This Impact Story looks at the experiences of three participants from the e-learning course on “Entrepreneurship for migrants and refugees” which was launched in March 2020 as part of a joint initiative between the United Nations Conference on Trade and Development (UNCTAD), the Office of the United Nations High Commissioner for Refugees (UNHCR), the International Organization for Migration (IOM) and the United Nations Institute for Training and Research (UNITAR). The course is part of a series of e-learning courses developed by UNCTAD and UNITAR, and contributes to UNITAR’s strategic objective of promoting social inclusion and the empowerment of groups that have been marginalized and made vulnerable.
The course is aimed at strengthening the competences of professionals working on human mobility and entrepreneurship issues, with a view to overcoming some of the challenges to economic and social inclusion for migrants and refugees, by promoting entrepreneurship. The course welcomed participants from a variety of backgrounds, including public officers, NGO officers, entrepreneurs (some of whom were migrants, refugees or asylum-seekers themselves), students and people working in academia. The course content highlighted the potential contribution of migrant and refugee entrepreneurship in their countries of origin and host countries, the barriers and challenges of migrant/refugee entrepreneurship, the formulation of policy strategies and settlement of a regulatory environment.
To date, the course has completed ten iterations in four languages: English (5 iterations), Spanish (3 iterations), French (1 iteration) and Arabic (2 iterations). From this, four editions were launched in 2020, and seven in 2021. This Impact Story collects feedback from participants enrolled in the first four course iterations of 2020 (three in English and one in Spanish), with a cumulative total of 1,681 participants from 124 countries, as illustrated in Figure 1 below (1), including Ecuador, Mexico and India with the highest numbers of participants, respectively. Nine hundred and fifteen participants were female (57 per cent), 617 male (38 per cent) and 82 (5 per cent) identified with other genders. Furthermore, 28 per cent received a certificate of completion and 29 per cent received certificates of participation. Certification figures are presented in Box 1.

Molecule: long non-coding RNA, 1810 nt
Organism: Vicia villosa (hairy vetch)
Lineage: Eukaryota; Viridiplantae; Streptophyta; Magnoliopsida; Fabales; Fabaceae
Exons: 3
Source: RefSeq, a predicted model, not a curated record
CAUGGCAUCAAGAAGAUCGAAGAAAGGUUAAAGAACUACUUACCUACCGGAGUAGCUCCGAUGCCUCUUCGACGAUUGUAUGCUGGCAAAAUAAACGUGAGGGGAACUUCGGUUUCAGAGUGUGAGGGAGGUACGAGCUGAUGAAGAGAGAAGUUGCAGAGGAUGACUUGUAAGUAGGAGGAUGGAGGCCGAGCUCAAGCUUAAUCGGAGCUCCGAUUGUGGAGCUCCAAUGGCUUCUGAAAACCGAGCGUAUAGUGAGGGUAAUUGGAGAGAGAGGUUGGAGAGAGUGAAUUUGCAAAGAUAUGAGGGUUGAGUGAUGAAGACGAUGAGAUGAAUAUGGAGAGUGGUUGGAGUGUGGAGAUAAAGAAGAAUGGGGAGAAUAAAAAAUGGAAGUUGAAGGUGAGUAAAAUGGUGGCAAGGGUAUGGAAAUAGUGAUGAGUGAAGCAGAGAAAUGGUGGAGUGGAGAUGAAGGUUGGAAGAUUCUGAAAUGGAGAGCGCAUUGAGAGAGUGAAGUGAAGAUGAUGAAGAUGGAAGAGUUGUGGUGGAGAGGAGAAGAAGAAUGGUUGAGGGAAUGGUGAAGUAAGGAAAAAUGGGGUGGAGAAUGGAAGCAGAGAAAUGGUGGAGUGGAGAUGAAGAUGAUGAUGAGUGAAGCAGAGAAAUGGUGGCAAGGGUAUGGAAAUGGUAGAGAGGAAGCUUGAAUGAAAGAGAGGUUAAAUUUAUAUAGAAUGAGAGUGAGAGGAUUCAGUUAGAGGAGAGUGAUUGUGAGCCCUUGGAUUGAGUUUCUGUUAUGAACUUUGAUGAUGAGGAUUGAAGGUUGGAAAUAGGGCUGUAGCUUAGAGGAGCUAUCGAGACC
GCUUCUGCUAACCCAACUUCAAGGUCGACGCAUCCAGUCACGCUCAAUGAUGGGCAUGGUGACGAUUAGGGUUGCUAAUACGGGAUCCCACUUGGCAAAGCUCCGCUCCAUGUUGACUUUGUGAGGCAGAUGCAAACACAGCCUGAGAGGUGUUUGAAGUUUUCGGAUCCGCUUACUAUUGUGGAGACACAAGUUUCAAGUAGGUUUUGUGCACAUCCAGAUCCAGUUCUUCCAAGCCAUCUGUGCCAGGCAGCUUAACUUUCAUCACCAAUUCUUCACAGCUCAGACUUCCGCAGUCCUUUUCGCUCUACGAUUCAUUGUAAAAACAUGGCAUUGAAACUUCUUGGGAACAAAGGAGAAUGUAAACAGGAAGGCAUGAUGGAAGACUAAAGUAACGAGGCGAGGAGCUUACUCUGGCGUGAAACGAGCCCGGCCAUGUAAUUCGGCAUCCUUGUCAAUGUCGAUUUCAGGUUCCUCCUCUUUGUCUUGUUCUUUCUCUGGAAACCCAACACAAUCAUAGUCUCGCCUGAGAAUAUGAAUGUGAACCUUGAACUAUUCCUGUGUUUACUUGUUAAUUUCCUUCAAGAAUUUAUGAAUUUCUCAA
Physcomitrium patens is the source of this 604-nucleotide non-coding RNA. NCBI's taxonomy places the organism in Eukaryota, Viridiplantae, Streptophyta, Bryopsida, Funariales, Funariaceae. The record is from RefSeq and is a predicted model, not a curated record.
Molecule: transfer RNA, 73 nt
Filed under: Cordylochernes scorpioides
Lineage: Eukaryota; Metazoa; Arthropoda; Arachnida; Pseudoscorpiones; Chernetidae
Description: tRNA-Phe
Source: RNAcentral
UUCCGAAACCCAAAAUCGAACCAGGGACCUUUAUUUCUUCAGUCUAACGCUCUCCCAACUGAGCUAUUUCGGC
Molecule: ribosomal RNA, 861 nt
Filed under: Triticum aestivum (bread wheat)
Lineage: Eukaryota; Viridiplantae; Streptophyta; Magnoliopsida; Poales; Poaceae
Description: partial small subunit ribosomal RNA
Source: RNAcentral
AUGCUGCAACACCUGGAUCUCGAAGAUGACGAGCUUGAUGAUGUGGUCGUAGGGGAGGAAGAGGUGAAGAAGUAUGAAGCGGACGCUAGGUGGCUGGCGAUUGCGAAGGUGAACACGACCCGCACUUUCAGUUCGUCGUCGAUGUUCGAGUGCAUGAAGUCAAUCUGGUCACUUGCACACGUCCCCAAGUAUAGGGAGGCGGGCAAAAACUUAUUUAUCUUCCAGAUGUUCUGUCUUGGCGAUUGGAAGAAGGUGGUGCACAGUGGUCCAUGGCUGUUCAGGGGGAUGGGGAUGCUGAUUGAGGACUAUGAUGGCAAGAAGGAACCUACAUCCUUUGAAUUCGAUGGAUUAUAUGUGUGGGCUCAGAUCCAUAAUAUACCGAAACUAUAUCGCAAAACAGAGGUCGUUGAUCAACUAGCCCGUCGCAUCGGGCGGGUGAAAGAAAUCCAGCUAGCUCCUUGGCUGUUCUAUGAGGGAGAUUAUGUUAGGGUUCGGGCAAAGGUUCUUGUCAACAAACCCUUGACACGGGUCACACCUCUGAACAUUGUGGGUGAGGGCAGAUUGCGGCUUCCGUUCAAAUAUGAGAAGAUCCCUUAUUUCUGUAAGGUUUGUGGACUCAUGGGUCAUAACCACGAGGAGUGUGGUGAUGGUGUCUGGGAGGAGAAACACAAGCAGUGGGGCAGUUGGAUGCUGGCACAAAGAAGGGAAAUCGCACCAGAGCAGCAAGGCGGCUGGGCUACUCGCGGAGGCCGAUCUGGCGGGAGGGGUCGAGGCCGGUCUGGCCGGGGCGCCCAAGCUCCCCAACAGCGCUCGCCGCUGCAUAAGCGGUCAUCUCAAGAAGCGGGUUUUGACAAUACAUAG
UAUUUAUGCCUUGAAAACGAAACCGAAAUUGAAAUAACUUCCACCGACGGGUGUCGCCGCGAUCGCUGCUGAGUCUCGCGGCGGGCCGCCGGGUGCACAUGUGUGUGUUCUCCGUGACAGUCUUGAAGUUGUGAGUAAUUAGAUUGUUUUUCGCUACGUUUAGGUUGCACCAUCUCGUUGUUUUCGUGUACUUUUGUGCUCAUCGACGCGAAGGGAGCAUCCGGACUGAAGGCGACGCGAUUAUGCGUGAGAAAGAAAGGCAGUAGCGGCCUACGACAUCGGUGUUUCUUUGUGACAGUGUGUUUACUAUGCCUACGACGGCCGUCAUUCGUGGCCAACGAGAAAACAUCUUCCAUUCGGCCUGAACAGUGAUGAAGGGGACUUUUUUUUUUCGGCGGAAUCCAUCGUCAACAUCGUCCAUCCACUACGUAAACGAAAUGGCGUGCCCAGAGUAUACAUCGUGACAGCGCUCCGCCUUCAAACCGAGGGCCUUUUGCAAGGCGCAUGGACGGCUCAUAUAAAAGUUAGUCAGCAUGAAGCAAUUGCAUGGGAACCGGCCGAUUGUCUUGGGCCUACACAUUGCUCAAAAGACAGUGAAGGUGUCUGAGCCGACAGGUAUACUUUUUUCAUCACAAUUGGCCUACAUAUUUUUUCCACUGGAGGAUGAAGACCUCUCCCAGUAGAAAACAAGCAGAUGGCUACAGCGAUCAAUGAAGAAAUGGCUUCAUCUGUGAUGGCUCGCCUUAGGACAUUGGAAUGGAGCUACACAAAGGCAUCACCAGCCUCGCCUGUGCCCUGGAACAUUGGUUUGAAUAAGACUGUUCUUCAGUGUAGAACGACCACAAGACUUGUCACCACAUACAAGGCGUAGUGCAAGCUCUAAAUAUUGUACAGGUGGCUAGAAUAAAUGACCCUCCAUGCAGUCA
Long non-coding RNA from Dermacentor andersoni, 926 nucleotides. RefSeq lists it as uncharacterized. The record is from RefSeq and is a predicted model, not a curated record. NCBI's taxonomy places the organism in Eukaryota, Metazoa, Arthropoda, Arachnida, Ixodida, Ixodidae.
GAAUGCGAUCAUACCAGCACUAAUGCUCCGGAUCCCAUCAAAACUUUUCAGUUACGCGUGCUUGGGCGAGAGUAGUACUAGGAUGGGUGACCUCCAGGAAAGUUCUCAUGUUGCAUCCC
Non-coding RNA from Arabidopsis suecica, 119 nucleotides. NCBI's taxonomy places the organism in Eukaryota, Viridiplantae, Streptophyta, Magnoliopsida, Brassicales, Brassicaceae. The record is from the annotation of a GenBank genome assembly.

A previous self-evaluation exercise conducted upon course completion revealed that most participants found the course useful and relevant to their jobs. Moreover, 97 per cent, on average, intended to use the knowledge acquired during the course in their jobs. To confirm the application of knowledge and skills from the e-learning course, this Impact Story uses data from an online multilingual survey (English).
(1) Countries in black represent zero participation.
Application of knowledge and skills from the e-learning course
Thirty-five per cent of survey respondents participated in the Spanish edition of the course, while the remainder participated in one of the three English iterations. This section describes if, and how, survey respondents have applied knowledge and skills from the course in their professional, academic or personal lives.
In line with the beneficiary profile targeted by the course, most survey respondents were professionals involved in designing, implementing, or actively working in entrepreneurship and/or migrant and refugee issues (44 per cent), or with interest in migration and/or entrepreneurship (32 per cent). However, the e-learning course also attracted another group of beneficiaries, that of migrant and refugee entrepreneurs, or those interested in entrepreneurship (7 per cent). Figure 2 illustrates the profile of survey respondents, primarily young professionals (40 per cent) working in government, international organizations or local NGOs. Students represented a large proportion of the total number (7 per cent). On the other hand, respondents from the corporate sector represented the smallest number of participants (2 per cent).
The overall knowledge application rate of survey respondents was 80 per cent, which may be due to participants' engagement in the topics covered by the course. Notably, professionals and students directly working in migration and refugee issues, entrepreneurs and migrants and refugees themselves demonstrated the highest knowledge application rates, all above 85 per cent. Respondents also acknowledged the importance of the course for their professional or academic success. Eighty-one per cent of respondents found the course to be important for their job or academic success.